The BNP has 140 km of waymarked hiking trails furnished with wooden signposts, rain shelters, benches, bridges over streams, duckboards, steps and railings to prevent erosion by walkers. Some stretches of the trails, furnished with information panels, marked with an image of a wild animal or plant and described in detail in a booklet that you can purchase at the entrance, function as interpretive paths. One of these paths, named 'Zwrót Valley', is accessible for disabled persons. There are also some trails for horseback riding (around 65 km in total).The BNP is one of the few European mountainous areas with relatively well preserved native fauna and flora, although forest of primeval character, beech or beech-sycamore with an admixture of fir, covers only a few percent of it, growing in the wildest, hardly accessible nooks, such as the valley heads of Solinka, Wołosatka and Hylaty creeks. The woods of the Western Bieszczady had the hardest time from the 19th to mid-20th cent., when they were decimated to meet the needs of industry, but much of them had been altered or destroyed by humans since a few centuries earlier when a greater number of farmers became settling in the valleys and herders practicing transhumance arrived. The poloninas were extended but oxen and sheep were grazed in the woods as well. Also, livestock sought shelter from scorching summer heat there. A testimony to the pastoral economy of the past is bizarre 'pasture beeches', which used to be nibbled by livestock or pruned by sheperds.
The timberline that is closest to what it must have been before the arrival of herds of cattle and flocks of sheep can be seen at about 1250 m on the sides of Wielka Rawka, where grazing ended over a century ago. The upper level of the beech wood shrinks to krummholz, then green alder appears, then grasses and subalpine or alpine flowers. Poloninas, i.e. the meadows above the treeline, are a species-rich formation characteristic of the Northeastern Carpathians. Most are secondary communities that arose owing to cattle grazing on mountain ridges. Some of the most beautiful flowers have been recognized as Dacian migroelements, namely the bellflower (Campanula abietina), Dacian violet (Viola dacica), monkshood (Aconitum lasiocarpum) and compact pink (Diantus compactus). In recent years the poloninas have undergone floristic and faunistic changes due to the fact that the grassland is not grazed by livestock or cut any longer. Generally, the grassland is slowly losing its human-induced biodiversity. Therefore the park authority is considering a resumption of grass-cutting on selected poloninas.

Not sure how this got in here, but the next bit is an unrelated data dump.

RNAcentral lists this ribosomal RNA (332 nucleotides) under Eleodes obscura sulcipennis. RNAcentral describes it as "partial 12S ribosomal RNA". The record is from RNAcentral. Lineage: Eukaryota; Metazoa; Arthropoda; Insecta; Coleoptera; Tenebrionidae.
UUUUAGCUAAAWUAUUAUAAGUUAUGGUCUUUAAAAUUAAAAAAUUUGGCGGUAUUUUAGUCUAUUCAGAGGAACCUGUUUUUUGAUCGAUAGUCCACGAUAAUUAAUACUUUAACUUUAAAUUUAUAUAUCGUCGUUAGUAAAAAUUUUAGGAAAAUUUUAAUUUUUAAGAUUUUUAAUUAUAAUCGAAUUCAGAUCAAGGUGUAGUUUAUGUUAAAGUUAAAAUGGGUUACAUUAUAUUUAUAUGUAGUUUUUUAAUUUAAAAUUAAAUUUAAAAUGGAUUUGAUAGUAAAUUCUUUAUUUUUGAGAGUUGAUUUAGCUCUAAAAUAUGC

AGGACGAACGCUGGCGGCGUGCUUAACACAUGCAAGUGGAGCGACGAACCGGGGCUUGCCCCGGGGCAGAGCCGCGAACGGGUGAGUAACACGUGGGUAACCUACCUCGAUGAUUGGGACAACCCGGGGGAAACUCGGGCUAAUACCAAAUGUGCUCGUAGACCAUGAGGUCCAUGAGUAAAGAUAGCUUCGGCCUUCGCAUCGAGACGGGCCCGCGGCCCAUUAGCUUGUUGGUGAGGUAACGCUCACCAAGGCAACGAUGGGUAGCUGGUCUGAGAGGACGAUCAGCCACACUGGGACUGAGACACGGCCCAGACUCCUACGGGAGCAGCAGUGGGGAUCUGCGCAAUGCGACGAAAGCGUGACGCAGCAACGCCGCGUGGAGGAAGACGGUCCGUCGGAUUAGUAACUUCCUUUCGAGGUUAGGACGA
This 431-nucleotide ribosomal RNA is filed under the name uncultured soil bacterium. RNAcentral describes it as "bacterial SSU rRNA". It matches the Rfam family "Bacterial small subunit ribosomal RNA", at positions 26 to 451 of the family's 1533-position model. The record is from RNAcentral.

The East Carpathian Biosphere Reserve is one of the wildlife 'hotspots' where big forest animals roam free and small animals are aplenty. The table below shows LukZem's recorded wildlife observations, which were taken during his several visits to the Western Bieszczady.
Layout and text of the 2017 version: yatsek and LukZem